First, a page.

CBD and grapefruit juice may interact with each other. Grapefruit inhibits the activity of CYP3A4, an enzyme that metabolizes many drugs. CBD also inhibits the activity of this enzyme. As a result, taking CBD and grapefruit together may increase the levels of CBD in your blood. This could increase the effects and side effects of CBD. To avoid this interaction, do not drink grapefruit juice while taking CBD.
CBD and other medications that are metabolized by CYP3A4
As mentioned above, CBD can inhibit the activity of CYP3A4, an enzyme that metabolizes many drugs. This could increase the levels of those medications in your blood. To avoid this interaction, do not take CBD if you are taking any medications that are metabolized by CYP3A4.
CBD and warfarin
CBD may increase the levels of warfarin in your blood. Warfarin is a medication that prevents blood clots. Taking CBD and warfarin together may increase the risk of bleeding. To avoid this interaction, do not take CBD if you are taking warfarin.
CBD and other medications that affect blood clotting
As mentioned above, CBD may increase the levels of warfarin in your blood. Warfarin is a medication that prevents blood clots. Taking CBD and warfarin together may increase the risk of bleeding. To avoid this interaction, do not take CBD if you are taking any medications that affect blood clotting.
CBD and medications for anxiety
CBD may increase the effects of some medications used for anxiety, such as benzodiazepines. Benzodiazepines are a type of medication that is used to treat anxiety and sleep disorders. Taking CBD and benzodiazepines together may increase the risk of drowsiness and sedation. To avoid this interaction, do not take CBD if you are taking any medications for anxiety.
CBD and other sedatives
As mentioned above, CBD may increase the effects of some sedatives, such as benzodiazepines. Taking CBD and benzodiazepines together may increase the risk of drowsiness and sedation. To avoid this interaction, do not take CBD if you are taking any sedatives.
CBD and medications for sleep
CBD may increase the effects of some medications used for sleep, such as benzodiazepines. Taking CBD and benzodiazepines together may increase the risk of drowsiness and sedation. To avoid this interaction, do not take CBD if you are taking any medications for sleep.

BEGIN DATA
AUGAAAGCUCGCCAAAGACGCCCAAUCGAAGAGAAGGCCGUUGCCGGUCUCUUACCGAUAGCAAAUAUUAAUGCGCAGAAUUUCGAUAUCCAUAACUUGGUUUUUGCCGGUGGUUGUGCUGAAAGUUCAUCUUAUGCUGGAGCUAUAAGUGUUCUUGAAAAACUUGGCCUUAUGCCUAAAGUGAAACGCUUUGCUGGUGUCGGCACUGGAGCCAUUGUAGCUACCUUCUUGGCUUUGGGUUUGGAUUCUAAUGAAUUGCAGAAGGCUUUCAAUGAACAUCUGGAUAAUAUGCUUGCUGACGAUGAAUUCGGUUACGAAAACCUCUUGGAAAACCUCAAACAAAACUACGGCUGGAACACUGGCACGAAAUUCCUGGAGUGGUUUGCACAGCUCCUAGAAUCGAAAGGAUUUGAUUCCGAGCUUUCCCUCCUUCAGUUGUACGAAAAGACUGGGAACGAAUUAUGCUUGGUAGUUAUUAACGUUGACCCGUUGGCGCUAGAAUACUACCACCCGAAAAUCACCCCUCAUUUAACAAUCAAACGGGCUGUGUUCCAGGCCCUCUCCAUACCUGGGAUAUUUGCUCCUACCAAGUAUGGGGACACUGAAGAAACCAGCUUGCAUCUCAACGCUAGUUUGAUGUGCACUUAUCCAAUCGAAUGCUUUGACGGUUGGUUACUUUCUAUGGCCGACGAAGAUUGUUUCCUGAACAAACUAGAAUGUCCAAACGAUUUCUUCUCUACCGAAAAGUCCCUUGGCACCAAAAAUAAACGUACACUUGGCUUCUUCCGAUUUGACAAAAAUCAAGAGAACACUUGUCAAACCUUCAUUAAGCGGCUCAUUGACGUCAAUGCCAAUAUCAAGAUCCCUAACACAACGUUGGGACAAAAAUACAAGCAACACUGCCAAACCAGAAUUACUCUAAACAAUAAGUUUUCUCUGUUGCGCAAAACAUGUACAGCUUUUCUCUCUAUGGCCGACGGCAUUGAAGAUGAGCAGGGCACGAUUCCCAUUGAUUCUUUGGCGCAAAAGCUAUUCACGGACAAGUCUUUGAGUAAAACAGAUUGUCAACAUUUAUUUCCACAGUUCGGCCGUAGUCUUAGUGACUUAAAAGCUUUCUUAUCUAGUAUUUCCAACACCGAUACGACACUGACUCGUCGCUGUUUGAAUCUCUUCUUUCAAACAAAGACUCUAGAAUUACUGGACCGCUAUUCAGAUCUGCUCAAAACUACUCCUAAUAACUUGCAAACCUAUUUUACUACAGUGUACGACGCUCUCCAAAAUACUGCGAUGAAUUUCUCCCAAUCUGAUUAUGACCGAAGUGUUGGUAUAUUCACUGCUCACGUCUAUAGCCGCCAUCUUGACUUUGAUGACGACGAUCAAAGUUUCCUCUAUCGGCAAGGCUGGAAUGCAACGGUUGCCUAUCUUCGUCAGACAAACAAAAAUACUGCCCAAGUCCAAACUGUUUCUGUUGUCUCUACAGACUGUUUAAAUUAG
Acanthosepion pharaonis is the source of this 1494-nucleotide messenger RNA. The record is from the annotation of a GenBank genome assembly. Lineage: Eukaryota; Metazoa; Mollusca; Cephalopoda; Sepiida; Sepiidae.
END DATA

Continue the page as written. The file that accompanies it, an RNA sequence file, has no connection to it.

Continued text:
Does CBD oil increase liver enzymes?
This is yet another question that we get asked a lot. The answer, however, is a little bit more complicated than simply yes or no. CBD may increase liver enzymes in some people, but it does not do so in all people.
Cannabidiol (CBD) is a non-intoxicating compound of the cannabis plant that has gained popularity in recent years for its potential therapeutic benefits. Though CBD oil is typically well-tolerated, it can cause some side effects, including headaches, dizziness, dry mouth, and changes in appetite. Some people also report an increase in liver enzymes after taking CBD oil.
Liver enzymes are proteins that help to speed up chemical reactions in the liver. They are normally present in small amounts in the blood. However, if the liver is damaged or inflamed, these enzymes can leak into the bloodstream and cause problems.
In most cases, elevated liver enzymes are not a cause for concern and will return to normal levels on their own. However, in rare cases, they may be a sign of more serious liver damage. If you experience an increase in liver enzymes after taking CBD oil, it is important to talk to your doctor to rule out any underlying causes.
It all boils down to this; if you are taking CBD oil and your liver enzymes begin to rise, it is important to contact your doctor to rule out any possible underlying causes. In the vast majority of cases, however, elevated liver enzymes are not a cause for concern and will return to normal levels on their own.
Is CBD affecting your liver? The opinion of experts
The market to use products with cannabinoids — the nonpsychoactive pain-reliever molecule that makes cannabis — has exploded over recent years, but its effectiveness remains fairly unstudied. The FDA is also considering deciding whether to approve the CBD supplement, but it is not based on science. In the aforementioned animal research, the researchers discovered over the past few days the effects of CBD on liver damage can be severe and even deadly in high dosages. In this last portion of the article, we reviewed the studies of experts on its potential effects on humans who enjoy CBD.
What the research says
Researchers from the University of Arkansas evaluated the effects of various dosages of CBD on a group of 8-week-old mice, citing a “paucity of thorough toxicological studies devoted to CBD safety that are crucial for continued commercialization of CBD and CBD-containing products.”